It’s a compound problem: areas with dwindling natural resources, harsh climate change impacts and biodiversity loss also tend to be those experiencing violent conflict. But it’s these countries that are hit the hardest that tend to receive little to no climate funding or support. Geneva and its long history of humanitarian, human rights and development work, is well placed to not only provide expertise, but also to support the delivery of funding and policy support to high-risk communities. While climate change adaptation finance is on the rise, we cannot leave conflict contexts behind.
For over 150 years, Geneva has stood for the human dimension in international affairs. This is embodied in the humanitarian diplomacy, human rights and people-centred security efforts at work in the city. It is home to the United Nations Human Rights Council, a major hub for the world’s top humanitarian institutions, and the site of numerous historic peace talks.This legacy has nurtured the know-how and expertise embedded in Geneva’s community of professionals. In an era where multilateral discourse surrounding climate security tends to be dominated by hard security or counter-terror policies, Geneva can add value by emphasising people-centred approaches that build on the use of dialogue, negotiation and partnerships to resolve conflict and to create more inclusive societies. Securitisation, on its own, risks addressing the symptoms (concerns of “climate-induced” terrorism) while missing both the root causes of conflicts and the well-being of communities experiencing it. The role of Geneva should not be to supersede climate security efforts in New York, but rather to complement them with an emphasis on justice and peace.
Interdisciplinarity is a crucial step towards realising this contribution. Geneva has long-discussed the so-called triple nexus of humanitarian-development-peacebuilding expertise and practice. Might environmental peacebuilding be an opportunity to realise our interdisciplinary potential?
Environmental peacebuilding or climate security?
Over the past two years, I’ve convened more than twenty online briefings and facilitated discussions for Geneva professionals on topics around environment, climate, conflict, and peace through a series we call the Geneva Dialogue.
It’s clear that in Geneva parlance, there is no one, uniform label for the interconnections between natural resources, insecurity and the opportunities for sustainable peace. Many researchers refer to their work as “environmental peacebuilding” while in general, policy-makers tend to use “climate security” terminology. Some perceive “climate security” as referring to the risk of a military response, while others see “environmental peacebuilding” as a “soft” or “abstract” field of academic thought.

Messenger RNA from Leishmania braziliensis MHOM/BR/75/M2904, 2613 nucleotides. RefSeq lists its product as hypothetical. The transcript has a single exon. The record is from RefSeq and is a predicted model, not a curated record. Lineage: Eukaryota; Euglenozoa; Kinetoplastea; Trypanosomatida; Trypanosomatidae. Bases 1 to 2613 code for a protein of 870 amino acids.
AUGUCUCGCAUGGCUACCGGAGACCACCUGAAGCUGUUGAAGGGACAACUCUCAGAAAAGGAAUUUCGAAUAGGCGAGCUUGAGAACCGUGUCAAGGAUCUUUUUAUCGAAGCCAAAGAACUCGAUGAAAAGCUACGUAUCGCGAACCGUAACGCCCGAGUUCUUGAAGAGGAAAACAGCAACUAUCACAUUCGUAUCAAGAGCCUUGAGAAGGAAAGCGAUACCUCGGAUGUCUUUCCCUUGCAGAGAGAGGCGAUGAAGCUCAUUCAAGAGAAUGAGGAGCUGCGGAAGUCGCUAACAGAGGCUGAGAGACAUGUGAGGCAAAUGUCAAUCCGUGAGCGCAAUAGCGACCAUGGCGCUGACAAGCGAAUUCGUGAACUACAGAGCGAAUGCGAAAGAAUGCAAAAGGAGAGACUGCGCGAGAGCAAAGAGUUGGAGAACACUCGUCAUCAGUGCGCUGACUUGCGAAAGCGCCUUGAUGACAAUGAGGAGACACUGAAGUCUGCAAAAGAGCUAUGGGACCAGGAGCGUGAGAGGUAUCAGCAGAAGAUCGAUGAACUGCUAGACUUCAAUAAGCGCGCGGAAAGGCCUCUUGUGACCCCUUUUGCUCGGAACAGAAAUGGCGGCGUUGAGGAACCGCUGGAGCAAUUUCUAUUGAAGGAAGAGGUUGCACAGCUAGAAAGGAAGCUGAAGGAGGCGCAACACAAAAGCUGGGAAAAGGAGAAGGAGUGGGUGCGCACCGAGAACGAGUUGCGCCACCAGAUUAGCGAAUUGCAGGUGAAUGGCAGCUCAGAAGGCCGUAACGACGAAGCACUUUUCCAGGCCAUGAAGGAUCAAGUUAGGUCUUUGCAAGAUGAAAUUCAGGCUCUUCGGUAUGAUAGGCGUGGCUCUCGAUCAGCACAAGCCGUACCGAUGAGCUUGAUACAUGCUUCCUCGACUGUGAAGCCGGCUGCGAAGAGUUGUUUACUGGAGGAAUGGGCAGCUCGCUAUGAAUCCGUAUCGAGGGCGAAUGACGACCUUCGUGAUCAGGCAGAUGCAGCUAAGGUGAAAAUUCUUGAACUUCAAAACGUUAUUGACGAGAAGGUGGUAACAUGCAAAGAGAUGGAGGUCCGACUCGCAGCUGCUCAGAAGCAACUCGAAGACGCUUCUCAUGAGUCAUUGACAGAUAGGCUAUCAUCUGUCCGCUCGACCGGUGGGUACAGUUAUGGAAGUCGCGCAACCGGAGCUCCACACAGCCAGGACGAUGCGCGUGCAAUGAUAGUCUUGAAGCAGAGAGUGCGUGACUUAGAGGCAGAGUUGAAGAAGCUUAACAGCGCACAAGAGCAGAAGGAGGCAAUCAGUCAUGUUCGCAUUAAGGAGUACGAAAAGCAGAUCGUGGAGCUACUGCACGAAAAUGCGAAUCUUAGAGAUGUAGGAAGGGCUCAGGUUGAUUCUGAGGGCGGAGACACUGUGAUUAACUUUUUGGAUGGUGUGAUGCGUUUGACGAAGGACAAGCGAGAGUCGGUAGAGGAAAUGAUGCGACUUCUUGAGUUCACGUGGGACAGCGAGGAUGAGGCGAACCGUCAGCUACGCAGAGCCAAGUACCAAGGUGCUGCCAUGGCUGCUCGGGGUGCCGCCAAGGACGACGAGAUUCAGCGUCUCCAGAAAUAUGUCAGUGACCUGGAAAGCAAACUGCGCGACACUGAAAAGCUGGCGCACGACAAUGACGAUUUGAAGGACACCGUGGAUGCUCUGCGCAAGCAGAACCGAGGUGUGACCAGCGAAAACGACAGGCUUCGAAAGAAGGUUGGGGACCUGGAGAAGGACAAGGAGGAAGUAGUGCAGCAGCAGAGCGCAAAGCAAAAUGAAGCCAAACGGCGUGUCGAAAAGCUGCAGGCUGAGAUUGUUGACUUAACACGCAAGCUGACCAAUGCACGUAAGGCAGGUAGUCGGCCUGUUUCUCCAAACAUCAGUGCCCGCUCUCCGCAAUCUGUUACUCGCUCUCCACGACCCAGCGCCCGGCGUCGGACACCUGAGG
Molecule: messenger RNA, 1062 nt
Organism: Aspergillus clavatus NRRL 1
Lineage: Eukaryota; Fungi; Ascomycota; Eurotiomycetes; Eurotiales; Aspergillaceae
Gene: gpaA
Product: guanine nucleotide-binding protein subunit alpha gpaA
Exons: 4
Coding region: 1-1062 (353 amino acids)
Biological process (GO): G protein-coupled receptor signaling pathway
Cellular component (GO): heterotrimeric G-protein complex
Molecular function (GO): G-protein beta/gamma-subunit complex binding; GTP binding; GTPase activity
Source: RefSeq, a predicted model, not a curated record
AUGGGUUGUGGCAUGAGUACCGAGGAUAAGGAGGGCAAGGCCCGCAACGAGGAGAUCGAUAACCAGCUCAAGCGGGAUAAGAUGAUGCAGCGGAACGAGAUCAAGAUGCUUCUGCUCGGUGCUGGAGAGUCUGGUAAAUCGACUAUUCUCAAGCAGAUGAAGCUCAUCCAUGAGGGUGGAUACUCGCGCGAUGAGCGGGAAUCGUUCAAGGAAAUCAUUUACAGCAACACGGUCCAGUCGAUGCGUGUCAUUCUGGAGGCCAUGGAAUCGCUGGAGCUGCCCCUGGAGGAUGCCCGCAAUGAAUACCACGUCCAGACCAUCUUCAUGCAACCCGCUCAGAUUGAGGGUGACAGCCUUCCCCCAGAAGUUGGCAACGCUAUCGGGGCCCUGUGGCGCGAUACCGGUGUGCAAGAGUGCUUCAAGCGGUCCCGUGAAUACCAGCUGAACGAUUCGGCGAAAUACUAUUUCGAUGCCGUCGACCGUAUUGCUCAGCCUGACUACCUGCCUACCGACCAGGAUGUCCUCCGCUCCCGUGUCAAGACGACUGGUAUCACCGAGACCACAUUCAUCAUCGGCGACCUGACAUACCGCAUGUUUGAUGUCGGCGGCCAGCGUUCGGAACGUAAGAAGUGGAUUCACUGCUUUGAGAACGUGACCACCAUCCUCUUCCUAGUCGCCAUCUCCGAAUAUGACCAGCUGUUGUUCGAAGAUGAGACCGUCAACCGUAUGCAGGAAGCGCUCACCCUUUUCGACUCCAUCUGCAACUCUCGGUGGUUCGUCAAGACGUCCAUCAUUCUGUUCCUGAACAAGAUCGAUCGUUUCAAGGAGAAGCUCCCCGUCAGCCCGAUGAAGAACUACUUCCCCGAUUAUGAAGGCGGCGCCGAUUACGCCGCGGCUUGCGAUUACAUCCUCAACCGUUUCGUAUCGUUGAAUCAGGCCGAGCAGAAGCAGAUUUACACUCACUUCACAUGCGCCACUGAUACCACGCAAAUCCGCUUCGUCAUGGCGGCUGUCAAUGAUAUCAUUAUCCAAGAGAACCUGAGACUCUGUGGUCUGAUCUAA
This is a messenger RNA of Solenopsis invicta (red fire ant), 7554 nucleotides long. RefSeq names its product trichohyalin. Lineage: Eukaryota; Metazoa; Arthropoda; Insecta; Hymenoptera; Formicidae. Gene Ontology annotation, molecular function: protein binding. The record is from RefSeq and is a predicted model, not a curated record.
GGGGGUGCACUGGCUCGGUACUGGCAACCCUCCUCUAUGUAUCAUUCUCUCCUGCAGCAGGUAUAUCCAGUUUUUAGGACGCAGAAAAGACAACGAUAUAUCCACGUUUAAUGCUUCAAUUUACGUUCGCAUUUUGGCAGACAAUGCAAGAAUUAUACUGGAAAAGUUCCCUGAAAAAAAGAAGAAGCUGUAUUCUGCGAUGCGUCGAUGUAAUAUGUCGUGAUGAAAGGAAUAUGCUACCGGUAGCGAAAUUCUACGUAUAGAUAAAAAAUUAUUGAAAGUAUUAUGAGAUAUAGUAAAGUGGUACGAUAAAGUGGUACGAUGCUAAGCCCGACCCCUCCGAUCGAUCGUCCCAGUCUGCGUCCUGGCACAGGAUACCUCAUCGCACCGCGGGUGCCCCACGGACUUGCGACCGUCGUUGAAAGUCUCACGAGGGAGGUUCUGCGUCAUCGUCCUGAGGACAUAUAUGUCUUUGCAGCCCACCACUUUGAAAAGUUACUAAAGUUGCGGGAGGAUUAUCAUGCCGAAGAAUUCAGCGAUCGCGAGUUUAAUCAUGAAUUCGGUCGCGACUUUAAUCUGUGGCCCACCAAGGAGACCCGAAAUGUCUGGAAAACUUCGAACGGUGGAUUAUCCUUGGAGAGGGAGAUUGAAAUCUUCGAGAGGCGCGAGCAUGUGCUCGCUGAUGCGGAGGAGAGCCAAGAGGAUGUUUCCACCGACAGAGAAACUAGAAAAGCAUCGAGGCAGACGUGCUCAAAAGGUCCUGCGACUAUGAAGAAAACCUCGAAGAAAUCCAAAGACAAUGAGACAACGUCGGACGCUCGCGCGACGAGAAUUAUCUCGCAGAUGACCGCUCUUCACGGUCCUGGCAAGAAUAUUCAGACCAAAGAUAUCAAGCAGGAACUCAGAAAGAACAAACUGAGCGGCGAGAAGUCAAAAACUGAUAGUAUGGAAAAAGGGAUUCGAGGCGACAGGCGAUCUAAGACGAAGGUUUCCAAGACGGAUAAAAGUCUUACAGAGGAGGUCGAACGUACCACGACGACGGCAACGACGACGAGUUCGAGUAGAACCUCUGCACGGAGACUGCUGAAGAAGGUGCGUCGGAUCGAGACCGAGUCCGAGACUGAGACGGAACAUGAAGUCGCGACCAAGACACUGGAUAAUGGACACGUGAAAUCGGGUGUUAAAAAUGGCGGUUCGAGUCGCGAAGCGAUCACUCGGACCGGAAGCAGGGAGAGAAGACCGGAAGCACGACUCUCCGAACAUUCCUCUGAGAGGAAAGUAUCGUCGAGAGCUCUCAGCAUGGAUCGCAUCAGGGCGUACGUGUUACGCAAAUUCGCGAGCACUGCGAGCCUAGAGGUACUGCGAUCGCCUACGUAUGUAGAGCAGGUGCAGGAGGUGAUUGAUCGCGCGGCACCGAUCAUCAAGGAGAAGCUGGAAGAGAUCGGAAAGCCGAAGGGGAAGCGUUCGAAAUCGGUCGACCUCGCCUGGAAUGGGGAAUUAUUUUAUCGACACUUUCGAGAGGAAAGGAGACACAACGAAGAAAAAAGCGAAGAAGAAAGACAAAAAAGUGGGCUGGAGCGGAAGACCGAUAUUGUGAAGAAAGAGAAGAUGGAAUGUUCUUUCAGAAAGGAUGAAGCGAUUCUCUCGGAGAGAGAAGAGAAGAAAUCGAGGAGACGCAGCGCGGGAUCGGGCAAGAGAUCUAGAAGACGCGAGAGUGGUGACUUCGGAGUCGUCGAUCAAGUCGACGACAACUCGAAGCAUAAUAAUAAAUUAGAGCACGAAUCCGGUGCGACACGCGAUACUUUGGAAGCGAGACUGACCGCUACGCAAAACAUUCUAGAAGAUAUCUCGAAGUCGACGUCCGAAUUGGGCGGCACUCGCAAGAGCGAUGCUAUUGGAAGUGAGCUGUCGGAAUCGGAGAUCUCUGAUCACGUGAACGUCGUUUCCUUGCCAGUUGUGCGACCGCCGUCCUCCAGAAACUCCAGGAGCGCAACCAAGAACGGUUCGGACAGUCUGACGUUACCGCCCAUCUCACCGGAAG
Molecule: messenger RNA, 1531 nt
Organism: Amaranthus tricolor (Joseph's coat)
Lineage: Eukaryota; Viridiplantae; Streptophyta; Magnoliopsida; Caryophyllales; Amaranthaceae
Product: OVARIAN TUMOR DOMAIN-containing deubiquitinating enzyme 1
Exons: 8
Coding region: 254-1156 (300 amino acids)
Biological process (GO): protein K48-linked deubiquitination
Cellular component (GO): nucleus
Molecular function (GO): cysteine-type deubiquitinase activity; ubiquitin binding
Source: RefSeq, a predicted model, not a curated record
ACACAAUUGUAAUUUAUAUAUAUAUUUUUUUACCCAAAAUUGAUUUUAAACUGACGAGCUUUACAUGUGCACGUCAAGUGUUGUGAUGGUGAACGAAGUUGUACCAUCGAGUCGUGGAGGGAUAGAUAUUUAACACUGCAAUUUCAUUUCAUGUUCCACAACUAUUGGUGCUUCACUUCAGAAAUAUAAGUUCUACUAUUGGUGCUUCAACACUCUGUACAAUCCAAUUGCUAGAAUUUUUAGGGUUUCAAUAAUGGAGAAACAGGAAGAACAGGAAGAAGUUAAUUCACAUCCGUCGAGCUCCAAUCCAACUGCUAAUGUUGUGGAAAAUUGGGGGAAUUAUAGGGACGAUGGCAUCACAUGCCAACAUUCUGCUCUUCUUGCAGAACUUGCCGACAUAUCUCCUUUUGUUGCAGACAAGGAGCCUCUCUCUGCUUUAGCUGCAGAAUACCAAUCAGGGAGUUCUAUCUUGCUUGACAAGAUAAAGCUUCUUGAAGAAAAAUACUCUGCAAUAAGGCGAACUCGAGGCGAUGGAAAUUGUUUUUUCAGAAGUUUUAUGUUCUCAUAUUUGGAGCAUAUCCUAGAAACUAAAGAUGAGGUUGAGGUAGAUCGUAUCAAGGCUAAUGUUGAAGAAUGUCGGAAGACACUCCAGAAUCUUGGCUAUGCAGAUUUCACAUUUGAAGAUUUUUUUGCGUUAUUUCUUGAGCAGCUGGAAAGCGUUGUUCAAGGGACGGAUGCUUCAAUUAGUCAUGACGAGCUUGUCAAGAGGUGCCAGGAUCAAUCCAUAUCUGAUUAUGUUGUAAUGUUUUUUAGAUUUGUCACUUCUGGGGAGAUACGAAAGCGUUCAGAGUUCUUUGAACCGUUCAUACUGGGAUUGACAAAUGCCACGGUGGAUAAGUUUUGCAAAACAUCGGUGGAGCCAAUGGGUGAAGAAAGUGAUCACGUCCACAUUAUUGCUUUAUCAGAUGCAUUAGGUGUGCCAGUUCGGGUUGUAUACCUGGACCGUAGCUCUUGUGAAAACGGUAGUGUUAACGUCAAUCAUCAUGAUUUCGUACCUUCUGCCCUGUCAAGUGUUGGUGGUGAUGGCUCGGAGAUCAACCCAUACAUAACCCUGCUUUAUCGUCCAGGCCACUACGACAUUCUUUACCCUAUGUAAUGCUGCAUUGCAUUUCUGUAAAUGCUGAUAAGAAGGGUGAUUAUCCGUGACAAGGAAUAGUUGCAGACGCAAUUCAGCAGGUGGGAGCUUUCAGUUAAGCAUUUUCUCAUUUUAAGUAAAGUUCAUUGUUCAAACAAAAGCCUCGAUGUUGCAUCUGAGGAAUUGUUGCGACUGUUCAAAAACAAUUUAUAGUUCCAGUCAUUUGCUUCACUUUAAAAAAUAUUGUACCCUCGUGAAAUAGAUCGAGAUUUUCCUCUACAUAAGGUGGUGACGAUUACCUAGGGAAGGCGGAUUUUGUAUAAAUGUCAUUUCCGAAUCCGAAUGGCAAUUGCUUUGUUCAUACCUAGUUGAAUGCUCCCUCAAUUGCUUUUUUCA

Rather than debate the merits of these different terminologies, Geneva’s multiplicity of voices can be leveraged as an opportunity to shape the future of the field. As the White Paper on the Future of Environmental Peacebuilding, launched this week, articulates: “Just as a diversity of species is needed in a landscape to ensure resilience and health, so too a diversity of voices and experience is essential if we are to build a resilient, dynamic ‘ecosystem’ for peace.”
The intersecting challenges of conflict, climate and environmental change cannot be faced alone. The white paper, which amplifies the visions of more than 150 experts, practitioners and policy-makers, is a prime example of how Geneva can help bring together different perspectives. The 32-page document is the product of an 18-month process of research and consultation and aims to deliver a strong, cogent message about the relevance, evidence, and promise of environmental peacebuilding to the Stockholm+50 forum in June 2022. The project was developed not only to advance a policy agenda, but also to foster inter-institutional collaboration and shared innovation for the field.
After all, the relationships between the environment, natural resources, biodiversity, climate change, conflict dynamics, mediation, security and peacebuilding are multidirectional and complex, and attempts at oversimplification should be avoided.
Building networks for peace in Geneva
In Geneva, work at the crossroads of environment, climate, conservation, conflict, peace and sustainable development is not dominated by any single institution or actor.
The future of addressing climate security issues will be via a network approach, in which various actors combine their respective strengths for a greater collective impact. Actors and institutions drill down and develop specific subsets of expertise, but meet and exchange regularly, together with practitioners, policymakers and funders to realise the potential of the field and to establish connectivity with New York. Geneva is structured to support this work across 18 platforms, including the Geneva Environment Network, the Geneva Water Hub, and my own organisation, the Geneva Peacebuilding Platform.
This network can support countries working together to sustainably manage shared water resources, or champion the protection of environmental defenders in marginalised communities. We can even develop stronger legal frameworks that promote environmental protection among corporations and the private sector.
In a moment where the international policy community needs a more common language or coordinated approach towards building peace in the face of climate change and environmental degradation, strengthening Geneva’s ecosystem for peace can show the way forward for future collaborative action.